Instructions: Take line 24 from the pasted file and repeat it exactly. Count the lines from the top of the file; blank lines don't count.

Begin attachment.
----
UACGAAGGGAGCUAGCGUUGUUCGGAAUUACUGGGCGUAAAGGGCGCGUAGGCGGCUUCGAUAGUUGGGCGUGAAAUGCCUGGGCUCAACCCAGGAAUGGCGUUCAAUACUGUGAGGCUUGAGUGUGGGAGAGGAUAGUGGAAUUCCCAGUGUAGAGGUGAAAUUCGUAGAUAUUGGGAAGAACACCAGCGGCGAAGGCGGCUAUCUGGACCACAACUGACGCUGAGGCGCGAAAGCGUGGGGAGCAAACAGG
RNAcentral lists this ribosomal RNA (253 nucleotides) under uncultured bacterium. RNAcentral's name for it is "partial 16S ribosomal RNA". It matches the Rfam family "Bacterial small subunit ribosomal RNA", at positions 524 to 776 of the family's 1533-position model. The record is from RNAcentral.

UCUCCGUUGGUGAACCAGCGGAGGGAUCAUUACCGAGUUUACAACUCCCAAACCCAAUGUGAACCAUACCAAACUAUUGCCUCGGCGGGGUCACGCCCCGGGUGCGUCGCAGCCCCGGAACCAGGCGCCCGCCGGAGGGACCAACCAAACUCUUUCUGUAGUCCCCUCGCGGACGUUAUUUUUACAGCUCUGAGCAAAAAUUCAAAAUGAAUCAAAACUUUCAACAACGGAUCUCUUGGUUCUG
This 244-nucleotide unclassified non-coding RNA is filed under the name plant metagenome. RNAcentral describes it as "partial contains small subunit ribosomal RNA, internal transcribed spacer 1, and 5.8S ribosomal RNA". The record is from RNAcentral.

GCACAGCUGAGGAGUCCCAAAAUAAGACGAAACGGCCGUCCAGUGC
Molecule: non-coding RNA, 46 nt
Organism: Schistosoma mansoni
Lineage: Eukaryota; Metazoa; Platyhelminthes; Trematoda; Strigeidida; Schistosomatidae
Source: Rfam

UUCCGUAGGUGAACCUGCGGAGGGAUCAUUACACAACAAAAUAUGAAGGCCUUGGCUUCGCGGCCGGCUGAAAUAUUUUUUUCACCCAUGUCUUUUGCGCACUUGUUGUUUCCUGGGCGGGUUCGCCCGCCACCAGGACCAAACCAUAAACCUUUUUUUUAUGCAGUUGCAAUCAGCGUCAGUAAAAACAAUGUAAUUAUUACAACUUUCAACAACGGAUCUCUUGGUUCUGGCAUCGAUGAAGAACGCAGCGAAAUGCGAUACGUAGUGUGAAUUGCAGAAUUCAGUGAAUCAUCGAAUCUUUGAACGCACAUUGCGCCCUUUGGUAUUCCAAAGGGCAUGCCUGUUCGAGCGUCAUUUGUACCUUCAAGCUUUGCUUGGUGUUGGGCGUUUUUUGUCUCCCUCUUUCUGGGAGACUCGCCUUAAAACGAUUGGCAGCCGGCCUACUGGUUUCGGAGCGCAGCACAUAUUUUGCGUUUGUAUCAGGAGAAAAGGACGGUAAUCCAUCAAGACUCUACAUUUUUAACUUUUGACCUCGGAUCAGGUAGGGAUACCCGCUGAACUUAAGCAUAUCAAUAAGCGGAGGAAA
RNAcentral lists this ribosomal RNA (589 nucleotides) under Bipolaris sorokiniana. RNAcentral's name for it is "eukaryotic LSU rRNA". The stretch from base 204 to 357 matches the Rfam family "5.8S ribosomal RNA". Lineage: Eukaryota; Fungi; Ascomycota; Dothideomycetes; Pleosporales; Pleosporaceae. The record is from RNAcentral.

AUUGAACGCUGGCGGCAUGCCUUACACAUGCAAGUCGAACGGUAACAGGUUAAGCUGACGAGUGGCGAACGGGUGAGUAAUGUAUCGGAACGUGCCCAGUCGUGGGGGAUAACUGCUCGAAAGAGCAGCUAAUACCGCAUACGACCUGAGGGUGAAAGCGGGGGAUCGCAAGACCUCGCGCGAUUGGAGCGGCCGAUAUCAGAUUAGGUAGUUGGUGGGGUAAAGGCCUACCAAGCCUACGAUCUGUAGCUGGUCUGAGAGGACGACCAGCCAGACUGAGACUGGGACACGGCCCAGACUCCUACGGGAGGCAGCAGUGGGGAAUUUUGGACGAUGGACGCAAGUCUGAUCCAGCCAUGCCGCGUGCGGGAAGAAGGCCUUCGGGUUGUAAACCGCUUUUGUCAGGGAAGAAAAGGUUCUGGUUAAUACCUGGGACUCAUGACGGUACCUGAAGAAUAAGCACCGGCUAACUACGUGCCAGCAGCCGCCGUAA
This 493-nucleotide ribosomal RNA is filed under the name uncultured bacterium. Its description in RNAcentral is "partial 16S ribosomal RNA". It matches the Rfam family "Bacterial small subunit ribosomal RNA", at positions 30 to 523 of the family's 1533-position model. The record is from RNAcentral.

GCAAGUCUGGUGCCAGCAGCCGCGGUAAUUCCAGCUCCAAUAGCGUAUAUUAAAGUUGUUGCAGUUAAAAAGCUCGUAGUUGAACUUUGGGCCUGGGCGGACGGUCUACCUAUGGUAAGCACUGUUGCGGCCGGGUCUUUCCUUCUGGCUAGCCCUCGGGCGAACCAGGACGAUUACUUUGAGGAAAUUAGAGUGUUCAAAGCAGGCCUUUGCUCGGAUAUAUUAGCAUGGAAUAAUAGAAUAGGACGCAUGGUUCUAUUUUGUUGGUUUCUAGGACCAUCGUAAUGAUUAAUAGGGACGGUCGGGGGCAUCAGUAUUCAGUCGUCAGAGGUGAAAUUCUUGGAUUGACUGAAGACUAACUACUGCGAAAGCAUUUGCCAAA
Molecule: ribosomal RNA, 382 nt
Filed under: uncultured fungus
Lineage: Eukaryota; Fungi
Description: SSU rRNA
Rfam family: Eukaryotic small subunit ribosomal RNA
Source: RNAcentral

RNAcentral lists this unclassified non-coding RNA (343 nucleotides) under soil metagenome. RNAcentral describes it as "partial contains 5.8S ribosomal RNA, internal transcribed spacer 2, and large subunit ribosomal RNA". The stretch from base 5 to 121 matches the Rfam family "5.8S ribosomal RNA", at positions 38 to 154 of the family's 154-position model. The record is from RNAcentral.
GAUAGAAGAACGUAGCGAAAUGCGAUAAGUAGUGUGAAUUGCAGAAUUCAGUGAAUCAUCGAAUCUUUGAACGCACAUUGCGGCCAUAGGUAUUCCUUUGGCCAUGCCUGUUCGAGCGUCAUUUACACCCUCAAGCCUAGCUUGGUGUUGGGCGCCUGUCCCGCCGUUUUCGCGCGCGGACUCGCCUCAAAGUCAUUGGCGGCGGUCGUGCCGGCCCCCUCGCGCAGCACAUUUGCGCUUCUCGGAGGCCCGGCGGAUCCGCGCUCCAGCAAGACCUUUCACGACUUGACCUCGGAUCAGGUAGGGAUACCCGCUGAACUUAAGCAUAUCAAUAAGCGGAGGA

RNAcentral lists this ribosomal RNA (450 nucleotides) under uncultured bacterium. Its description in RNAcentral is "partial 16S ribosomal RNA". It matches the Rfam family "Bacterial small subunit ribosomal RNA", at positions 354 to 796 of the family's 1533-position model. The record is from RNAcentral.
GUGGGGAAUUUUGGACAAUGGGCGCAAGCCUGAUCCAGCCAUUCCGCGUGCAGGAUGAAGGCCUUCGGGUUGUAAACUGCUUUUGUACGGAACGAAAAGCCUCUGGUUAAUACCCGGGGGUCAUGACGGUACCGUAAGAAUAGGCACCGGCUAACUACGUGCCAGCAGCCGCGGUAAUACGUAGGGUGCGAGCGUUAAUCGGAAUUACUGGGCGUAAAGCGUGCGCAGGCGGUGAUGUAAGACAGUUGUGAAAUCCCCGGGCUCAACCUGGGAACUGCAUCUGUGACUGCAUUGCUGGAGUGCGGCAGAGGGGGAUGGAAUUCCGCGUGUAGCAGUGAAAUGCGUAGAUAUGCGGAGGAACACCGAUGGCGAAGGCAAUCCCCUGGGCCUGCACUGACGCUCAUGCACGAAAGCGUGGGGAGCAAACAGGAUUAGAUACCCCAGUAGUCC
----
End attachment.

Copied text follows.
GUGGGGAAUUUUGGACAAUGGGCGCAAGCCUGAUCCAGCCAUUCCGCGUGCAGGAUGAAGGCCUUCGGGUUGUAAACUGCUUUUGUACGGAACGAAAAGCCUCUGGUUAAUACCCGGGGGUCAUGACGGUACCGUAAGAAUAGGCACCGGCUAACUACGUGCCAGCAGCCGCGGUAAUACGUAGGGUGCGAGCGUUAAUCGGAAUUACUGGGCGUAAAGCGUGCGCAGGCGGUGAUGUAAGACAGUUGUGAAAUCCCCGGGCUCAACCUGGGAACUGCAUCUGUGACUGCAUUGCUGGAGUGCGGCAGAGGGGGAUGGAAUUCCGCGUGUAGCAGUGAAAUGCGUAGAUAUGCGGAGGAACACCGAUGGCGAAGGCAAUCCCCUGGGCCUGCACUGACGCUCAUGCACGAAAGCGUGGGGAGCAAACAGGAUUAGAUACCCCAGUAGUCC